A friend and I were recently discussing what comprises a generation. Defining a generation is rarely as easy as having a year that ends in a zero pop up on the calendar. For example: I graduated from high school in 1980. You got an automatic visual, didn't you? 80's conjures up a certain image. But think about that. I graduated in May of 1980. I was in high school for 5 months in the 80's. I went to high school in the 70's. That conjures up an entirely different image. One didn't end and the other begin at midnight on New Years Eve, though. I belong a little bit to both and fully to neither.
So that can't be it.
But what DOES define a generation?
I have a rule of thumb. I made it up myself, so it is based on nothing but my own experiences and intuitions, but this is it: People who are five years younger than me to five years older than me are my peer group. People who are ten years younger than me to ten years older than me are my generation. Try that on and see how it fits for you. I told my friend this and she found the fit to be good. We then set about discussing why that was. There were a few factors that we settled upon - political climate, clothing and hair styles, but most importantly - we felt - was pop culture.
We shared the same music, TV shows, movies, crushes - we have automatic common ground.
I mentioned to Tom that I was thinking of throwing a challenge out - I need some new music to listen to - but here's the thing - I started listening to popular music around 1972 and stopped around 1992. That is a twenty year span - the very span that I had arbitrarily decided defines a generation. Coincidence? Probably not. I wondered if that was typical of other people's musical history - to start at ten, peak at twenty and be done by thirty. If anyone were to truly manage to turn me on to new music there would have to be some little thread of recognition - it would have to connect easily to something with which I'm already familiar. There would have to be SOMETHING that sounded like SOMETHING that existed between 1972 and 1992.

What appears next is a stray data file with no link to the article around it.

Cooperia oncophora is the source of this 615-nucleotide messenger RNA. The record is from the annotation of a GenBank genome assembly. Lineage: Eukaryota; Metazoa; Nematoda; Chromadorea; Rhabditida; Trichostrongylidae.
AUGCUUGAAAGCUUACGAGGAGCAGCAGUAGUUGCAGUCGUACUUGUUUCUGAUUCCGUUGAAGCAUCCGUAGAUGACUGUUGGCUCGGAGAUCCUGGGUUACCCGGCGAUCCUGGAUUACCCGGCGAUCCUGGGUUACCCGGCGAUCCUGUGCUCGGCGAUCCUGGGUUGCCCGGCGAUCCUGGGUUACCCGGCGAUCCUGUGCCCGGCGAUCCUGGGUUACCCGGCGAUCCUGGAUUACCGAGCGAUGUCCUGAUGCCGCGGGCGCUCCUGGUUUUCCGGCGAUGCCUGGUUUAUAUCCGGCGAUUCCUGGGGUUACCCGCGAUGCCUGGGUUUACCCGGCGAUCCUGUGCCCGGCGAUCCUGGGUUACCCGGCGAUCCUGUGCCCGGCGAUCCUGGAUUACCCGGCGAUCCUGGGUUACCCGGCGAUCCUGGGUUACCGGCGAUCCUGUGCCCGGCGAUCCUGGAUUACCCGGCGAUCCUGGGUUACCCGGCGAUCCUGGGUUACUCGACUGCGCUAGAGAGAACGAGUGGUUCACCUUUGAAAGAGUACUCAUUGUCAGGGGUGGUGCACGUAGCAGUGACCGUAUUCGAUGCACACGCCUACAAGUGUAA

And this leads me to my next point.
It's a confession, but I trust you guys. You won't laugh at me. You won't let me hear it if you do, anyway.
Now, it's no secret that I love hair bands.
I thought I loved them in a tongue in cheek, nostalgic sort of way.
But I don't.
I really love them.
This is what moves me.
When I listen to 80's rock on Slacker, and Motley Crue comes on, my energy increases by a million (that is a rough estimate). I never owned a Motley Crue album or CD! I may have owned a cassette or two - I honestly don't remember - I still have all of my albums and CDs, but the cassettes are long gone. That's not the point. The point is - I wasn't really a fan in their heyday. I was aware, certainly, but it didn't MOVE me like it does now.
I stayed on the elliptical three minutes past it announcing that I'd reached my daily goal this morning because a KISS song came on. (You can ask which one, but I'll either lie or I won't answer. I trust you, but not THAT much.)
I'm not proud of this, but it's true.
I am de-evolving.
At a festival this weekend, there was a band playing that Tom and I agreed sounded really good. When we got close enough to see them we were surprised and a little taken aback by their young age - it was a big, solid sound. As we walked on a little further - we could no longer see them, but could still hear them. There may have been a little bit of a dance in my step, prompting Tom to say, "I think I know why you like this band so much."
"Because they're good?"
"Because the singer has a Vince Neil quality to his voice."
"I'll be damned."
What do you think defines a generation?
And more importantly - do you know any good tunes I should be listening to? Apparently I appreciate things that are best enjoyed through a thick haze of Aquanet.